Thursday, December 31, 2015

My Year in Books: Ant Farm

[This year, I was curious about what I was reading, so when I finished a book I put it on an ever-growing pile by my desk. This is the last one in the series.]

Le Livre Des Fourmis (The Book of Ants) by Robin D. Laws, Pelgrane Press, 2014.
Provenance: Purchased at GenCon from Robin D. Laws, who also gave his autograph with the note: Vive la Revolution Surrealiste!

I don't review game products here. Wait, let me back up and clarify that on two points. I don't review game products that I have not actually played. Reviewing a game based on the printed word is sort of like reviewing a play by reading the script - it doesn't tell the full story. There are numerous reviews of adventures that I have run for our Call of Cthulhu group. The other clarification is that I promote other people's games without fear, particularly if they've just released something. For me to delay a review due to my slow reading habits should not stand in the way of you finding out about cool and new stuff.

Anyway, this is bit of fiction in that it ties into a recently published adventure setting called Bookhounds of Paris, which uses the Trail of Cthulhu game system. I've played Trail of Cthulhu, though have not run it (the amazing Steve Winter was the GM), and don't have the game product that might illuminate this further. But it stands on its own as a nicely weird merger of the Cthulhu Mythos (in particular the Dreamlands) with the avant garde artists of the interwar period.

The volume is presented as a diary (in the form that CoC players know well) by Henri Salem, a supposedly minor player in the artistic politics in Paris between the wars. He hangs with Andre Breton, Jacques Vache, Pablo Picasso, Max Ernst, and Salvador Dali (yeah, keep your Wikipedia open - I knew about half these guys before I started in on the work). They are a cliquish and diverse group, continually squabbling and factionalizing as they try to move forward (or backwards, or sidewards) the cause of Surrealism and thereby change the world. In the midst of this Salem's bunch discovers how to access the Dreamlands.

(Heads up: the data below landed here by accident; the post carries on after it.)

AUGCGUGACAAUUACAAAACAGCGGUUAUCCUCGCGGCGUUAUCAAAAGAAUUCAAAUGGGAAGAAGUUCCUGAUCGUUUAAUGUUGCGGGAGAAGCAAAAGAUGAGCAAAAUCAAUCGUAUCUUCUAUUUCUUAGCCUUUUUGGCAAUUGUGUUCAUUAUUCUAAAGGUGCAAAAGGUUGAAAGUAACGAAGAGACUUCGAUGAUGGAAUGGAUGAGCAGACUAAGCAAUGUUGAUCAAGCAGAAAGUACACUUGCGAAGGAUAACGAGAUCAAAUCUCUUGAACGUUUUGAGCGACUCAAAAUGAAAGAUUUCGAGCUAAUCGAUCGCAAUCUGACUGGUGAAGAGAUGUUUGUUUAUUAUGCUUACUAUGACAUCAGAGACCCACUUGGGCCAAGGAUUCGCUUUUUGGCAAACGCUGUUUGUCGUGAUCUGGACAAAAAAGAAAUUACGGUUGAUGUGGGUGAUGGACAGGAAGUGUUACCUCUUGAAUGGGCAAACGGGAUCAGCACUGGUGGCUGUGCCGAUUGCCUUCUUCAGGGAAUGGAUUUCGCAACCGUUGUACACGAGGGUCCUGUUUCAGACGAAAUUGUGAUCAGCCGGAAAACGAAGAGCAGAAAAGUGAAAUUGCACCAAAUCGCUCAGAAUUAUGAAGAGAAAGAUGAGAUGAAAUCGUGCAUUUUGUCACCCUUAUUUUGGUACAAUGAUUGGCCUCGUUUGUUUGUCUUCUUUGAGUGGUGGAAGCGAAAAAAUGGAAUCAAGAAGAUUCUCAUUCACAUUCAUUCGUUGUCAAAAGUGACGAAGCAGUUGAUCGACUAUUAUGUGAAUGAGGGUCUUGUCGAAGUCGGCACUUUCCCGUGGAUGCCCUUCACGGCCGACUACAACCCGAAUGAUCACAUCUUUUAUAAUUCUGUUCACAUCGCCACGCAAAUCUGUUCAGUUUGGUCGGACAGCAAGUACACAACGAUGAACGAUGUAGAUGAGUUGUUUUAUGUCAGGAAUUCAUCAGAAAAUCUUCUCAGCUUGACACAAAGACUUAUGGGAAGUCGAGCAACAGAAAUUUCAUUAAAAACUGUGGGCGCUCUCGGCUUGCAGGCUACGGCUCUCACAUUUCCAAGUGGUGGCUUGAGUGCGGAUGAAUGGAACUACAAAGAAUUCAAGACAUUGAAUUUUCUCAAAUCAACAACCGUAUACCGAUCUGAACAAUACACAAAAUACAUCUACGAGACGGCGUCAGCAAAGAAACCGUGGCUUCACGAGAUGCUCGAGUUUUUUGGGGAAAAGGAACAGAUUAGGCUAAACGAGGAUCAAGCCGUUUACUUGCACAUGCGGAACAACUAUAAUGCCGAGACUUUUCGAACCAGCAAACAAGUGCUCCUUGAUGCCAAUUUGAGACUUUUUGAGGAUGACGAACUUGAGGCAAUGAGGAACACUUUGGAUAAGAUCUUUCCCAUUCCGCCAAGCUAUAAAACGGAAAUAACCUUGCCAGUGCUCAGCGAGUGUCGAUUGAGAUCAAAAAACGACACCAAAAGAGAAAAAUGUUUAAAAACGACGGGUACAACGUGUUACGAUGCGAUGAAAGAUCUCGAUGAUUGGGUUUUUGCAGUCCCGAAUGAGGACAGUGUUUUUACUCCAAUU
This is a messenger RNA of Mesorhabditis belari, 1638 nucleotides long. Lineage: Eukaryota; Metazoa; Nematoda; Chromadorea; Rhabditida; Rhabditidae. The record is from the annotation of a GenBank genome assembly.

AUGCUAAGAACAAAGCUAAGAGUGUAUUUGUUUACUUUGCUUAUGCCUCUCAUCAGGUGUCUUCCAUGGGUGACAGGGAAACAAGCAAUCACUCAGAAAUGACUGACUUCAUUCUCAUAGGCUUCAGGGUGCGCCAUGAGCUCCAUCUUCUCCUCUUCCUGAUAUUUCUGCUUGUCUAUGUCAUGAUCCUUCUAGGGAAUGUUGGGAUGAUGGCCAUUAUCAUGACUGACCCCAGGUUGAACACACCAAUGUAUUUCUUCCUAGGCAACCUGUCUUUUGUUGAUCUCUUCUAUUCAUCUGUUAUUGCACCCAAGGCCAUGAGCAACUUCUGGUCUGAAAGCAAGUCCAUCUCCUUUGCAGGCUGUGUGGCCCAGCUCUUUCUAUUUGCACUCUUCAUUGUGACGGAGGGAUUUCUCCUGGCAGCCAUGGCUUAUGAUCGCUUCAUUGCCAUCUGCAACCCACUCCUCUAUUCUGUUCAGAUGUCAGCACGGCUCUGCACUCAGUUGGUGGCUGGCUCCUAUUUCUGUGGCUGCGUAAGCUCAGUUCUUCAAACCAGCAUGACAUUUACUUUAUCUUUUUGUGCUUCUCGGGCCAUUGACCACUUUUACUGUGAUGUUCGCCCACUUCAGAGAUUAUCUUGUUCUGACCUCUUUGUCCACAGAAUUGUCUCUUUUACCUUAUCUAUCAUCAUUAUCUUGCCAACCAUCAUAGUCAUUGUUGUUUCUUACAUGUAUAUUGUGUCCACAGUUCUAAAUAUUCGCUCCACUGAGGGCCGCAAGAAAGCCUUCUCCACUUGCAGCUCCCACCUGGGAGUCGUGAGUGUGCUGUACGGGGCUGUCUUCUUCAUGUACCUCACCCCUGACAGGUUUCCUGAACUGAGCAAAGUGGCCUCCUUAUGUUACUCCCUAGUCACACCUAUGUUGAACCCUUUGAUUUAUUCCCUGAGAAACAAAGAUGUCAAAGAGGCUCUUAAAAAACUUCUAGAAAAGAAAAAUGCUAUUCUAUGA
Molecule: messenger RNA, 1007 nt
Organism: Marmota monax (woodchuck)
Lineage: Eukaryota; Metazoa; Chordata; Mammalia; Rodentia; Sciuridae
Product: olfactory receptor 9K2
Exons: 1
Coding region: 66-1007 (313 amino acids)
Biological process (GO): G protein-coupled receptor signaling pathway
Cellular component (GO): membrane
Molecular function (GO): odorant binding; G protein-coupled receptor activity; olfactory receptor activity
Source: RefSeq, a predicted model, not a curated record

The Dreamlands were a Lovecraftian creation, a setting for many stories and in particular poems. Expanded and explored over the years in stories and games by other hands, they have their own parrallel existence. The surrealistic movement of the 20s and 30s worked to break down the walls between the conscious and unconscious nature of man, between dreams and reality. They considered what they were doing a form of enlightenment, a philosopher of which its art was considered mere artifact, by-product of the process of awakening and overturning the world. They are perfect candidates for exploring the Dreamlands.

The cool thing is, that in discovering the Dreamlands, the surrealists begin to change them. As opposed to a traditional fantasy domain, these Dreamlands are more fluid, responding the power of the dreamers themselves. So the Surrealists do change the world, only not the one they are thinking of.

I really like this for this effect, and by Laws way of threading the reality of the movement and its petty politics in with the arcane and mystical. Being Lovecraftian, things end badly for those involved, as it does in the real world for many of the participants. The book is an engaging, twisted melding of two great flavors, and now I suppose I must hunt down the game product to see what they did with it there.

More later,